Posted on: August 1, 2010 9:23 pm
 

3 to watch: The Instant rewards? edition

Cliff Lee lost his first start for the Rangers. Dan Haren not only lost his Angels debut, but he was knocked out of the box by a line drive.

Roy Oswalt lost his first Phillies start.

Yeah, it's great to trade for a starting pitcher, isn't it?

You make the deal with hopes that it will go the way it did for Lee last year, when he won his first five starts for the Phillies, then took them all the way to the World Series. You remember that CC Sabathia went 11-2 down the stretch with the 2008 Brewers, and changed the story of a franchise by taking them to the playoffs.

You remember Doyle Alexander (9-0) with the 1987 Tigers. You don't remember Jarrod Washburn (1-3) with the 2009 Tigers.

A starting pitcher traded at midseason doesn't get that many chances to affect the pennant race. Lee made just 12 regular-season starts for the Phillies last year; even Sabathia, who was dealt before the All-Star break and famously pitched on three days' rest down the stretch in September, started only 17 regular-season games for the Brewers.

The best deals make a difference, but with so few starts, each one is precious.

Oswalt makes his second Phils start this Wednesday in Florida. Haren makes his third Angels start Wednesday in Baltimore. Lee, who lost to the Angels in Anaheim on Sunday, will face the A's this weekend in Oakland.

Meanwhile, three other teams show off new starters this week, as you'll see in 3 to watch:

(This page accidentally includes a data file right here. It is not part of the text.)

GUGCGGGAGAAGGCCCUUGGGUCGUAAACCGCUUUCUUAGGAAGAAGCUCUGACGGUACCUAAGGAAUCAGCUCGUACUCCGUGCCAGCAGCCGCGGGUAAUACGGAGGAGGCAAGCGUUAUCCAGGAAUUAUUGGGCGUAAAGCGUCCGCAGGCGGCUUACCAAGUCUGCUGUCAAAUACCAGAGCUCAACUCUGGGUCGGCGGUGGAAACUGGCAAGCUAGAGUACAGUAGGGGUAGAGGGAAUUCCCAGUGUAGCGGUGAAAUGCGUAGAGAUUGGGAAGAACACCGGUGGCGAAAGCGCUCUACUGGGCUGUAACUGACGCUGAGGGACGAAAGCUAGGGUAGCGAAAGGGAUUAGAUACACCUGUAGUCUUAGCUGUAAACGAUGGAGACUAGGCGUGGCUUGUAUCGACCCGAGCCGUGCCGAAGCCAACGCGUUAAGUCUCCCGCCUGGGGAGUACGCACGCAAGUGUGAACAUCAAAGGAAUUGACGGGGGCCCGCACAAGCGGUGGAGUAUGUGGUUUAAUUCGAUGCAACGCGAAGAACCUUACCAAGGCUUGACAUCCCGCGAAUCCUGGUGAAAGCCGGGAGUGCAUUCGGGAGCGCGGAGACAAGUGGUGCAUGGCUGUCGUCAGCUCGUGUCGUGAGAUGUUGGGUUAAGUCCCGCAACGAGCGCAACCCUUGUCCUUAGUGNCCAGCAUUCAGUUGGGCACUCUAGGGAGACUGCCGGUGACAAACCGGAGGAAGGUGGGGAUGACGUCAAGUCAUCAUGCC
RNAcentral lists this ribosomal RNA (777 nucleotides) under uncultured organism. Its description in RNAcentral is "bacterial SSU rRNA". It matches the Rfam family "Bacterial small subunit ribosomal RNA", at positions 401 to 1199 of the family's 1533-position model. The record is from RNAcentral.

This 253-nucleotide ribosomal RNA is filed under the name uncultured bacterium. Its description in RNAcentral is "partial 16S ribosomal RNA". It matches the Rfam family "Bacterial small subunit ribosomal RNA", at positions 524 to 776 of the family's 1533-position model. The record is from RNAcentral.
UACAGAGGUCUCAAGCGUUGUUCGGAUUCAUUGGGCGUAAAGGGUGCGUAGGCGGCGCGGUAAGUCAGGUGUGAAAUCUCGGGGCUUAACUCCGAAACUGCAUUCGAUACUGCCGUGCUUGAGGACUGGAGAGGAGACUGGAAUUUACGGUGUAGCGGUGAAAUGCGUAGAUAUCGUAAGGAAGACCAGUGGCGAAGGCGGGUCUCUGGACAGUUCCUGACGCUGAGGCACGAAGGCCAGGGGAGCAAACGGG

1. The Cardinals no doubt would have rather had Oswalt, but the guy they got was Jake Westbrook, who has come back well from Tommy John surgery. Westbrook's first start will come in Astros at Cardinals, Monday night (8:15 ET) at Busch Stadium . Westbrook is a career American Leaguer. He was 6-7 with a 3.56 ERA in 27 interleague games against National League teams. His opponent Monday is Brett Myers, the guy a lot of teams would have liked to have traded for; the Astros instead signed him to a contract extension.

2. The Dodgers were seven games out of first place at the deadline, and 4 1/2 games behind in the wild-card race. But the Dodgers obviously still believe they can win, as they picked up four players in the last week, including starter Ted Lilly, who will be a free agent at the end of the season. Lilly gets a tough assignment in his debut with his new team, facing Mat Latos in Padres at Dodgers, Tuesday night (10:10 ET) at Dodger Stadium .

3. Edwin Jackson keeps moving from team to team, impressing everyone with his stuff and his makeup, but never making enough of an impact that anyone decides he's indispensible. Will that change with the White Sox, his fifth team in an eight-year career? We'll find out, beginning with White Sox at Tigers, Wednesday night (7:05 ET) at Comerica Park . One interesting note: Jackson lost his final two starts for the Tigers, both against the White Sox last September. One reason he did, according to a source, is that he was tipping his pitches then and the White Sox had picked it up. Jackson is an interesting deadline pickup, anyway, because his career ERA after the All-Star break is 5.09, more than half a run worse than his pre-break ERA of 4.47.
Posted on: July 30, 2010 11:04 am
 

3 to watch: The Roy II edition

Aren't top starting pitchers supposed to be hard to find? Don't you need to develop your own, because you'll never be able to trade for one?

This July, they're everywhere.

Well, not everywhere, but the Rangers (Cliff Lee), Angels (Dan Haren) and Phillies (Roy Oswalt) were each able to trade for a starting pitcher whose was a multiple-time All-Star. Two of the three (Lee and Oswalt) have been 20-game winners. All three have received Cy Young votes.

There have been other trades made this month. There will be more trades made before Saturday's 4 p.m. EDT deadline for making deals without waivers.

But we can already say that this will be the July of the ace pitcher.